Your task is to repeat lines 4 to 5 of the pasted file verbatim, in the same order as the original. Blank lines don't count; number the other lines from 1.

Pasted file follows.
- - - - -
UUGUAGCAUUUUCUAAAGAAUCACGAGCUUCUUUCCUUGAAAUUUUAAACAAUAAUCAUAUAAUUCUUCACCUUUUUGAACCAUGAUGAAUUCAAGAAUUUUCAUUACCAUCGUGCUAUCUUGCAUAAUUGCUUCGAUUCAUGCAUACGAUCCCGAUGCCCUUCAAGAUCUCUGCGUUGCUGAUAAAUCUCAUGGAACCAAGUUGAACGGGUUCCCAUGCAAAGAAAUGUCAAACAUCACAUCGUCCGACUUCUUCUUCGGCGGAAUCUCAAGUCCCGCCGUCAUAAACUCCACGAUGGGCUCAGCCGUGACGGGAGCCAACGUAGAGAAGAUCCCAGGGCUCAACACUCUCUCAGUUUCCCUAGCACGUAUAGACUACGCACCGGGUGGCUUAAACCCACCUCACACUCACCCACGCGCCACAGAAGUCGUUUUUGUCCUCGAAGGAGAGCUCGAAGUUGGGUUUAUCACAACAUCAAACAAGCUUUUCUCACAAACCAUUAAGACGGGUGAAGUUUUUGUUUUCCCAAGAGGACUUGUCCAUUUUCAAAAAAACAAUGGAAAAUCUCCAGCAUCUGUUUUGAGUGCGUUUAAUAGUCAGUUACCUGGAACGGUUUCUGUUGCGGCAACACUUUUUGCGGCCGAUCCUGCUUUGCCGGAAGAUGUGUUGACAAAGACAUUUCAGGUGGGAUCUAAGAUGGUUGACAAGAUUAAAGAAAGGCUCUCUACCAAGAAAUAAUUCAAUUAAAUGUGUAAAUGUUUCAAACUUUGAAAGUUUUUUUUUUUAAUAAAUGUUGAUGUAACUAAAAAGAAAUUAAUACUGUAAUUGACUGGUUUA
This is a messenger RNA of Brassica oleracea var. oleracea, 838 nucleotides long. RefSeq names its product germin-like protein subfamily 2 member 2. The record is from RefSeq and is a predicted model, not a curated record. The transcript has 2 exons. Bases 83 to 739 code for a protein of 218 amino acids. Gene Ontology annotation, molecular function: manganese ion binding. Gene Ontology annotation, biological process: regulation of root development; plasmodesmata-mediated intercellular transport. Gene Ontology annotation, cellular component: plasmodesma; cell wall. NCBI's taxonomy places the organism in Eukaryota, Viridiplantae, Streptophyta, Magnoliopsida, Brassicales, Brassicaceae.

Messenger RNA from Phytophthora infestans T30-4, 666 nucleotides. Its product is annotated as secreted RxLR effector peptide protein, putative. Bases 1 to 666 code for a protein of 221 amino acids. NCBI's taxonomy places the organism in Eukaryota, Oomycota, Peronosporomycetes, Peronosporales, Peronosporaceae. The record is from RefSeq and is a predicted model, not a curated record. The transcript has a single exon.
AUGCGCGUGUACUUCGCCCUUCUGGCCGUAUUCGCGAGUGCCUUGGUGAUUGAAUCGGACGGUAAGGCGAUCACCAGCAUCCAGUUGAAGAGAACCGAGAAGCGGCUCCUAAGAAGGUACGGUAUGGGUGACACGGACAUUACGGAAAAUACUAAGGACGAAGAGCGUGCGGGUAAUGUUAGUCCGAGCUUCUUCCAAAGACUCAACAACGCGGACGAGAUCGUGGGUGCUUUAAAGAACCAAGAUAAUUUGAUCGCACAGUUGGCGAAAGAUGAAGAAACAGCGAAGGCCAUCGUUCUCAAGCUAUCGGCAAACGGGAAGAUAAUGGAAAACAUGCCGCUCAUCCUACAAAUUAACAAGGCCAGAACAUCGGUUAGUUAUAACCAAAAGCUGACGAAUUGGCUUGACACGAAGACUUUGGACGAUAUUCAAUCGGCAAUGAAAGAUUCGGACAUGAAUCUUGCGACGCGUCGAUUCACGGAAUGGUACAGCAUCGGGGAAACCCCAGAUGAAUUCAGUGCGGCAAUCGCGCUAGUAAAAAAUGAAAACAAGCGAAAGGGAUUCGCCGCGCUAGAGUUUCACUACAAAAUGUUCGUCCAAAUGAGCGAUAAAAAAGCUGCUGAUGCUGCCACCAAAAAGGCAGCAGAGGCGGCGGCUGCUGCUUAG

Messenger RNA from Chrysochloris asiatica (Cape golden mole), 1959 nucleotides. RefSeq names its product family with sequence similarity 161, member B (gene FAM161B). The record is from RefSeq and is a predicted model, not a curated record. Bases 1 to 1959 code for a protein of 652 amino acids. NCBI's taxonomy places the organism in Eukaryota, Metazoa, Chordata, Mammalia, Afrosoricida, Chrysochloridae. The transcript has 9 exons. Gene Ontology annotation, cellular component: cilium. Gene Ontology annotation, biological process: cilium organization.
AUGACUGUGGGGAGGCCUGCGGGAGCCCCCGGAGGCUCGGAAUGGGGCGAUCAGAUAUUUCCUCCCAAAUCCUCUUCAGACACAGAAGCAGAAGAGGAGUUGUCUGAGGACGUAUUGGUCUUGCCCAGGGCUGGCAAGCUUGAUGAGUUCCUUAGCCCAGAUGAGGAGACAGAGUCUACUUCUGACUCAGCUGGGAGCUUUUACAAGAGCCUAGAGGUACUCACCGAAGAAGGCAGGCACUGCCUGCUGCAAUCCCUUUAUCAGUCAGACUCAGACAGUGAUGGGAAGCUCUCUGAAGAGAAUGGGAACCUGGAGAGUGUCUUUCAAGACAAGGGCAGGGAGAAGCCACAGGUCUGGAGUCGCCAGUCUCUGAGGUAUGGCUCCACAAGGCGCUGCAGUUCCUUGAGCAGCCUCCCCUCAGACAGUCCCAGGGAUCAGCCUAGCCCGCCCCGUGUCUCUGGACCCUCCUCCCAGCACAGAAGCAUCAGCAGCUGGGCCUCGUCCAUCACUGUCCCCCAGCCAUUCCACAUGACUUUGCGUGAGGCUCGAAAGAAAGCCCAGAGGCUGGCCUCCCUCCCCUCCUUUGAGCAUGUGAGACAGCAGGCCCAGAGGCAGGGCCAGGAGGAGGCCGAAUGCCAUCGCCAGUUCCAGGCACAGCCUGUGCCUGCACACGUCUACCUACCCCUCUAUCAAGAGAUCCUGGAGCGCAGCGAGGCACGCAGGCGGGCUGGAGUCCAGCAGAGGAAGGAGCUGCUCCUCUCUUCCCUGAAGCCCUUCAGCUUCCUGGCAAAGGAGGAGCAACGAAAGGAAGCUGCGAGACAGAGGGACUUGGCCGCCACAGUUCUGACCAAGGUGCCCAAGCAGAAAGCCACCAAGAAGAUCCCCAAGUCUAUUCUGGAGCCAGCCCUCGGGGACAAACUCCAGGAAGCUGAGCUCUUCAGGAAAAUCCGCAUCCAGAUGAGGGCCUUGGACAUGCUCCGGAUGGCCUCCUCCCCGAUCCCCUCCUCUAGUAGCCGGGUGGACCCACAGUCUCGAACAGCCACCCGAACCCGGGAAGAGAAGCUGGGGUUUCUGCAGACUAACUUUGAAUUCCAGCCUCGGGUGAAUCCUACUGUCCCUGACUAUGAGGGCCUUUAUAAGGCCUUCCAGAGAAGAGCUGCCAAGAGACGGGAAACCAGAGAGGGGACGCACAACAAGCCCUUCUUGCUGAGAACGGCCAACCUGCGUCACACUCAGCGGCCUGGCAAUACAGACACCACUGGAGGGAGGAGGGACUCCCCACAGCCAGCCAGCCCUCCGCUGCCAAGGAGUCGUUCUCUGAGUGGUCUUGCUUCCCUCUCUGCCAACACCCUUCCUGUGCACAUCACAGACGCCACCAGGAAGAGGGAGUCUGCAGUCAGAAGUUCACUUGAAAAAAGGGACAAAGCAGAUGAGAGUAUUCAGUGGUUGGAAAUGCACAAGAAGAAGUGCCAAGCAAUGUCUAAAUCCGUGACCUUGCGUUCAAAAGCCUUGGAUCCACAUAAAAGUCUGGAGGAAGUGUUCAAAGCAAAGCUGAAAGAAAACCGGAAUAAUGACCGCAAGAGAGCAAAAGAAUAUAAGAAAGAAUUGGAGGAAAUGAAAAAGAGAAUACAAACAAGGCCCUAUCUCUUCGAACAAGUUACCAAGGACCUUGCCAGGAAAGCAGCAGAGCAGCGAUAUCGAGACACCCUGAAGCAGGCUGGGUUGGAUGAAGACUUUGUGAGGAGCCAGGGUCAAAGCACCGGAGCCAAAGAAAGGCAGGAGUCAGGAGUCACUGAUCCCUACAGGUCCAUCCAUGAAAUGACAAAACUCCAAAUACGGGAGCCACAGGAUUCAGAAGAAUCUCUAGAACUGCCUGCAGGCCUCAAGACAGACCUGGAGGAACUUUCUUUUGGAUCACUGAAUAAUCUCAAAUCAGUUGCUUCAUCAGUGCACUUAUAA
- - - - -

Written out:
AUGCGCGUGUACUUCGCCCUUCUGGCCGUAUUCGCGAGUGCCUUGGUGAUUGAAUCGGACGGUAAGGCGAUCACCAGCAUCCAGUUGAAGAGAACCGAGAAGCGGCUCCUAAGAAGGUACGGUAUGGGUGACACGGACAUUACGGAAAAUACUAAGGACGAAGAGCGUGCGGGUAAUGUUAGUCCGAGCUUCUUCCAAAGACUCAACAACGCGGACGAGAUCGUGGGUGCUUUAAAGAACCAAGAUAAUUUGAUCGCACAGUUGGCGAAAGAUGAAGAAACAGCGAAGGCCAUCGUUCUCAAGCUAUCGGCAAACGGGAAGAUAAUGGAAAACAUGCCGCUCAUCCUACAAAUUAACAAGGCCAGAACAUCGGUUAGUUAUAACCAAAAGCUGACGAAUUGGCUUGACACGAAGACUUUGGACGAUAUUCAAUCGGCAAUGAAAGAUUCGGACAUGAAUCUUGCGACGCGUCGAUUCACGGAAUGGUACAGCAUCGGGGAAACCCCAGAUGAAUUCAGUGCGGCAAUCGCGCUAGUAAAAAAUGAAAACAAGCGAAAGGGAUUCGCCGCGCUAGAGUUUCACUACAAAAUGUUCGUCCAAAUGAGCGAUAAAAAAGCUGCUGAUGCUGCCACCAAAAAGGCAGCAGAGGCGGCGGCUGCUGCUUAG

Messenger RNA from Chrysochloris asiatica (Cape golden mole), 1959 nucleotides. RefSeq names its product family with sequence similarity 161, member B (gene FAM161B). The record is from RefSeq and is a predicted model, not a curated record. Bases 1 to 1959 code for a protein of 652 amino acids. NCBI's taxonomy places the organism in Eukaryota, Metazoa, Chordata, Mammalia, Afrosoricida, Chrysochloridae. The transcript has 9 exons. Gene Ontology annotation, cellular component: cilium. Gene Ontology annotation, biological process: cilium organization.